CHICAGO — With just days to go before Chicago’s mayoral election, candidates spent Saturday courting voters.
At Northeastern Illinois University, some of the city’s big unions held a rally for Cook County Board President Toni Preckwinkle.
A frontrunner from the start, Preckwinkle has had her share of ups and downs. In the final weeks of the race, she’s defended against her close ties to embattled Ald. Ed Burke and recent campaign staff controversy.
“It goes with the territory,” she said. “When you’re the frontrunner, you’re the object of the tomatoes.”
In Lincoln Park, Bill Daley met with campaign workers. The former White House chief of staff has benefited from big donors — but faced the hurdle of being the son and brother of former Chicago mayors.
“Give me a chance to tell you who Bill Daley is,” Daley said. “I’m proud of my brother, I’m proud of my family… But give me a chance to lay out some of the things that I want to do and who I am.”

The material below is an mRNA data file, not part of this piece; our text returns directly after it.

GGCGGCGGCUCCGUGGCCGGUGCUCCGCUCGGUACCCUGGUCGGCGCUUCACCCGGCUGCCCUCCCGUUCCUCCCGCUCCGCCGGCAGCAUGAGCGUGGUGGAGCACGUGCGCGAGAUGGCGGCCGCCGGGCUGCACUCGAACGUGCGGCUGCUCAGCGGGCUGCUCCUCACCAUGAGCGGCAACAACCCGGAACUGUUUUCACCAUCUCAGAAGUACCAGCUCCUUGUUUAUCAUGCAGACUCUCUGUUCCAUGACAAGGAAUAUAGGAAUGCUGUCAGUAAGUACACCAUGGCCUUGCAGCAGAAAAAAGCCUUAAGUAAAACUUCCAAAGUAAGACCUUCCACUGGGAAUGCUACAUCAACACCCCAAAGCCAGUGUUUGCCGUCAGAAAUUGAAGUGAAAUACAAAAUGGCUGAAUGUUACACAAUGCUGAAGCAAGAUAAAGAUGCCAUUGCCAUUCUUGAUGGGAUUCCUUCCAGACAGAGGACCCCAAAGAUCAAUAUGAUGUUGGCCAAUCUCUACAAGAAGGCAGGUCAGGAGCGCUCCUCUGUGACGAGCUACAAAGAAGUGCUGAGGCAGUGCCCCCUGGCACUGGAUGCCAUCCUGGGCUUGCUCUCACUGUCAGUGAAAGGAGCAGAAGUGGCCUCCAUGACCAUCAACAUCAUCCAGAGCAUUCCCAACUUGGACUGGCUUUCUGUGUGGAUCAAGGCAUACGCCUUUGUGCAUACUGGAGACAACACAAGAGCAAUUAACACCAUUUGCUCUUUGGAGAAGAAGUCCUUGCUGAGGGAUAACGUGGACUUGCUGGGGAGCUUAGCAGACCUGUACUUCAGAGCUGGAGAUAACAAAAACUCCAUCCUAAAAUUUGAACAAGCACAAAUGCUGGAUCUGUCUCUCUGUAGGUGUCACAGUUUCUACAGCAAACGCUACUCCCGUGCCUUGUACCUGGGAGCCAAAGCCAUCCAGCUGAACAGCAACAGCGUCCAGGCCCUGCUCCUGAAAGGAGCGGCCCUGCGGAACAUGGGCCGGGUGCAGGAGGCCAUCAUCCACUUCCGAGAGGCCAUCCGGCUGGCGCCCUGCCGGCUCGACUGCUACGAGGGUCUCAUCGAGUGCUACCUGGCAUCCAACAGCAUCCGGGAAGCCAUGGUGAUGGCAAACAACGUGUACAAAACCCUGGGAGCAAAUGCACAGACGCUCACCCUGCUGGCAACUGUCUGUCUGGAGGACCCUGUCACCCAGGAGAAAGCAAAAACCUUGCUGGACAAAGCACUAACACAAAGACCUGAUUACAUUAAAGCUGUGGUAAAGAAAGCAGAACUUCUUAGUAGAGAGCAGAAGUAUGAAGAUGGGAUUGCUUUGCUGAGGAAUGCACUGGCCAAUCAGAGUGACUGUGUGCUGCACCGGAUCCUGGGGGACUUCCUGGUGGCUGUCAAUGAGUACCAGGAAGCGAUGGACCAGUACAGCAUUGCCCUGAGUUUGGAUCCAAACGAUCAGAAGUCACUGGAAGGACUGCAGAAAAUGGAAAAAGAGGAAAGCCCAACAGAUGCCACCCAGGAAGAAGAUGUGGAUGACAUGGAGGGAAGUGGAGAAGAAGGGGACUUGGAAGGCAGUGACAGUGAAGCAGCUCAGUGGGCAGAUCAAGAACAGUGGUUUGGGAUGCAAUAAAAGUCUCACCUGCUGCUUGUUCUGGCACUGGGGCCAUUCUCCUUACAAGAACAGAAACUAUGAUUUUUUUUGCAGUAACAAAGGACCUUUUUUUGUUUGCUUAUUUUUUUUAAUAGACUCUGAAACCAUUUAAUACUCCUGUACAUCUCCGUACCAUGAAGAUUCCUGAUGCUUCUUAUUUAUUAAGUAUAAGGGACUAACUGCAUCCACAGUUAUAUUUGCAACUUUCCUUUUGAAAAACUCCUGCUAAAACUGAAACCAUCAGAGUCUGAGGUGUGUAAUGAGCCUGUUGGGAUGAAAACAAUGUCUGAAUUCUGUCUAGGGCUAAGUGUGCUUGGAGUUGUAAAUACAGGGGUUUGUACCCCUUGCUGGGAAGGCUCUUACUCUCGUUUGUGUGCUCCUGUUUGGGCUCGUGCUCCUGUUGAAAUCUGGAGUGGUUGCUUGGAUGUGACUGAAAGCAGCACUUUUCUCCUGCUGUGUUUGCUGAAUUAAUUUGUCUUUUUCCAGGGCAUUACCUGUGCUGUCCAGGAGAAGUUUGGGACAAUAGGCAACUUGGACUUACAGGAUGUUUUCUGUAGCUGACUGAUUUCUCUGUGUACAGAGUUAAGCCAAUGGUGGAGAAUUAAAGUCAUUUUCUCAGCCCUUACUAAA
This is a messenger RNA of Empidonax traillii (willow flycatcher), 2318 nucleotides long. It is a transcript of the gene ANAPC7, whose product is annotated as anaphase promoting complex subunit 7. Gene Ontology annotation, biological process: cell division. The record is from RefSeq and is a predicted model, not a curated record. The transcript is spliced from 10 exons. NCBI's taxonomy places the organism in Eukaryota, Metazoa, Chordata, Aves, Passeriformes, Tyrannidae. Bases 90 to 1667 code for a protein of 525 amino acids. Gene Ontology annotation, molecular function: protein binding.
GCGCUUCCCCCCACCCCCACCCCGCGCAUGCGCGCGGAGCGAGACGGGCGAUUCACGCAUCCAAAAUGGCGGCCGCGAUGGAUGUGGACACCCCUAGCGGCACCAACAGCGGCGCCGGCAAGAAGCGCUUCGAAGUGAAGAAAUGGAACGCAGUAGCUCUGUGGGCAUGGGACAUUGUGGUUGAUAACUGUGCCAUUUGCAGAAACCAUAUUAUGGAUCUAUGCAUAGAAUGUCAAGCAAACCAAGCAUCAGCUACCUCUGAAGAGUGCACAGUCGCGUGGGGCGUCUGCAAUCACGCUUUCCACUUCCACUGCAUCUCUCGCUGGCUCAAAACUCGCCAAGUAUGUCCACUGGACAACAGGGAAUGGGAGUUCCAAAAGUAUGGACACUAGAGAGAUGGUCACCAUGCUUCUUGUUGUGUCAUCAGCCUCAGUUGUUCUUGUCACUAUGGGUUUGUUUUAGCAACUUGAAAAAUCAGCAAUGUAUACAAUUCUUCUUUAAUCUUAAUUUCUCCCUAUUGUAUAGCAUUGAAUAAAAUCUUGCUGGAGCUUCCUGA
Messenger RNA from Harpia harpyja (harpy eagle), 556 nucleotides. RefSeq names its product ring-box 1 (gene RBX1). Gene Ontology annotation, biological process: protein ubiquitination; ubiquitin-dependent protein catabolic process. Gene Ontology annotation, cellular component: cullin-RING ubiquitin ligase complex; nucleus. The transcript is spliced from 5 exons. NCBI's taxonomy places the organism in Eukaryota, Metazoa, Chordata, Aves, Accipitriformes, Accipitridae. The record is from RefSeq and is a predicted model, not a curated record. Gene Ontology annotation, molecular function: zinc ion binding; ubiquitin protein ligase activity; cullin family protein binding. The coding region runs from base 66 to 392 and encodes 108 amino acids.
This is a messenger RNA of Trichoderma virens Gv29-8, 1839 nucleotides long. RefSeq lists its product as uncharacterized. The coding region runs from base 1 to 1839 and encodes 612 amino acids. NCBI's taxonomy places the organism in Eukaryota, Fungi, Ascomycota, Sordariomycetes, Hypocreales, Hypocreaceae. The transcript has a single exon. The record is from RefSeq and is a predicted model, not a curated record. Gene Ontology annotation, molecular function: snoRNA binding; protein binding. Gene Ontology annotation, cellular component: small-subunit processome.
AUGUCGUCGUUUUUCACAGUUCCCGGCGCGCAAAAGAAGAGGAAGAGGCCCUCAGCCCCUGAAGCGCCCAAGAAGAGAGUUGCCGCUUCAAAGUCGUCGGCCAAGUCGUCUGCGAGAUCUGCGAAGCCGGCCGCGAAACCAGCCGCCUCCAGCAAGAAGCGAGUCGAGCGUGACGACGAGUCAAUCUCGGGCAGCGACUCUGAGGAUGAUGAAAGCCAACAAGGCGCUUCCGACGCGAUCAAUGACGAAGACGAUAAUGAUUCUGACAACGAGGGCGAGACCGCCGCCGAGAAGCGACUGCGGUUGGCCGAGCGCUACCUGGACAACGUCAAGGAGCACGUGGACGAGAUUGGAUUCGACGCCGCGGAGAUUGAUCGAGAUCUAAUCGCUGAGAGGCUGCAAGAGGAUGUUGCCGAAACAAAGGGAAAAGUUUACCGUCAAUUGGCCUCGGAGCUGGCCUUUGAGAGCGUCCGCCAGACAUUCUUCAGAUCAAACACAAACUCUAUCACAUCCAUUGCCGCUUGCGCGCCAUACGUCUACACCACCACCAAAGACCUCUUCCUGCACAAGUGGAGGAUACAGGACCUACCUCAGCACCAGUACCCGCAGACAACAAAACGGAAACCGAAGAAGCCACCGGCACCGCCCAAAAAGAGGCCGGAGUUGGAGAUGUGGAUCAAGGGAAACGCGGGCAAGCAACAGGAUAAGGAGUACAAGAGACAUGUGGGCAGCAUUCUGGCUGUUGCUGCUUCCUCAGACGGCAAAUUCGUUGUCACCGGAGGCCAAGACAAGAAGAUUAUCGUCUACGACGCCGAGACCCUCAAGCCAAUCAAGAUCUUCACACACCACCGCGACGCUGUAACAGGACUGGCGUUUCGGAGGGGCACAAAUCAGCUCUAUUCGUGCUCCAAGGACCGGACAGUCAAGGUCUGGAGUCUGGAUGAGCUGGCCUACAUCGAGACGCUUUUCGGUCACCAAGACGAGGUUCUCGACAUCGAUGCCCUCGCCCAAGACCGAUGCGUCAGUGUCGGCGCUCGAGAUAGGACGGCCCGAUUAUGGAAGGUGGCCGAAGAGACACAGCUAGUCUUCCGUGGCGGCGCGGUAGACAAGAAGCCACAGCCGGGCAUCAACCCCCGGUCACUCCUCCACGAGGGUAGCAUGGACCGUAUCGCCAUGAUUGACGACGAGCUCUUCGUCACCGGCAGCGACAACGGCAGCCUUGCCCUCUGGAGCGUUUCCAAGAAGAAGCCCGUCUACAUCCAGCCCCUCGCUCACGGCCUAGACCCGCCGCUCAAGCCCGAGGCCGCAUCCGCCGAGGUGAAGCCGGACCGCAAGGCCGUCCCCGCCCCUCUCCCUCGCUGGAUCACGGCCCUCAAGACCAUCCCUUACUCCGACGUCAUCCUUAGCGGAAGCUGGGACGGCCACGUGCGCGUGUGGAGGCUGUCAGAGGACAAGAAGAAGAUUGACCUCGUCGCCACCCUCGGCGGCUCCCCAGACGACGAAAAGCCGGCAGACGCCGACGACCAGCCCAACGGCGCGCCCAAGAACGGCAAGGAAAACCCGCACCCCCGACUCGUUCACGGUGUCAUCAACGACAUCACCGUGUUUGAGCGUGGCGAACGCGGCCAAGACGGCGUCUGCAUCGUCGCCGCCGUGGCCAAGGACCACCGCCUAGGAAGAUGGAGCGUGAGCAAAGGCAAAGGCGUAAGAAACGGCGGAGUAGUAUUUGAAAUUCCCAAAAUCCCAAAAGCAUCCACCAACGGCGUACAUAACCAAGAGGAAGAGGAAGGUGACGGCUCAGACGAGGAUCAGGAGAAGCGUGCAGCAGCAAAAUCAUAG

“All I ask is for people to give me a fair shot,” he continued, “and I think the people of Chicago are fair people and they’re doing that.”
Illinois Comptroller Susana Mendoza braved the rain to visit early voting sites Saturday.
Former CPS CEO Paul Vallas said his credentials as a policy problem solver speak for themselves.
“Problem solving has been my career,” Vallas said. “I come from a family of veterans and firefighters and teachers. This is what the Vallas family has always been about, and the city needs a problem solver.”
Former federal prosecutor Lori Lightfoot, who heads the Chicago Police Board, said her campaign is picking up undecided voters this election.
“As an independent reform candidate who’s stood for good government,” Lightfoot said, “I think that message resonates not only in the good week that we’ve had, but the momentum that we’re feeling all over the city.”